2. Traders’ Problem
Let’s begin by outlining the data-generating process and describing the problem faced by traders with an -period horizon. Suppose that returns are generated by a simple -factor model,
where and the level of the factor evolves according to an model,
with . Note that this is the exact same factor structure used in Garleanu and Pedersen (2013). The -period returns in this model are are:
And, conditional on knowing the current level of the factor, , it’s possible to compute the conditional mean and variance of these -period-ahead returns, :
Traders at time observe the current level of the factor, , and choose how many shares to buy over the course of the next periods in order to maximize their mean-variance utility. Let denote the change in a trader’s portfolio position over the period from to , and let denote traders’ risk-aversion parameter. Then, we can write the baseline utility function of a trader with no transaction costs as of time as:
The subscript comes from the fact that traders can observe the level of the factor at time , , prior to making their investment decision. If we look at the trader’s decision at a different time, , then he will have a different utility and choose a different portfolio because the level of the factor, , will be different.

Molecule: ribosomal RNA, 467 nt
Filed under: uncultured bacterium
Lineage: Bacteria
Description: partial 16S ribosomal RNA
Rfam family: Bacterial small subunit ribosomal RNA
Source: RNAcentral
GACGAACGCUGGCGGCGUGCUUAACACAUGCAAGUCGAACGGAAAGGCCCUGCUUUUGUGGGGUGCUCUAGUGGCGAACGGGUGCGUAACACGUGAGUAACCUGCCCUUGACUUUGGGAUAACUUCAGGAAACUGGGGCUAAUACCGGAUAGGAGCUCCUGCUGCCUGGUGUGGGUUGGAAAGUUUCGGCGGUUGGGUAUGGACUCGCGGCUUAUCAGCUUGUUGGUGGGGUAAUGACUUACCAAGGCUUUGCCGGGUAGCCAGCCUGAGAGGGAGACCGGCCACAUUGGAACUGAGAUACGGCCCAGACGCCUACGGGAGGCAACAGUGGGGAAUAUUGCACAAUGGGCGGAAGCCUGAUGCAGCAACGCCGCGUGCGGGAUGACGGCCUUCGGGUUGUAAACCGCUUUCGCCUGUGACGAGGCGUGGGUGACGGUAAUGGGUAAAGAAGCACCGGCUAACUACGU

3. Convex Transaction Costs
The key assumption is that, on top of this baseline utility function, traders also face convex transaction costs. i.e., when a trader with an -period horizon changes his position over the course of periods, he pays a transaction cost,
They choose the -period change in portfolio positions that maximizes their mean-variance utility and they implement this change in a way that minimizes their transactions costs.
The convex transaction costs imply that traders smooth out their trading across periods over their -period horizon. It’s easiest to see why this is the case when , since . Suppose that traders know optimal final position . Then, traders’ optimization problem from Equation (7) becomes:
Taking the first-order condition with respect to ,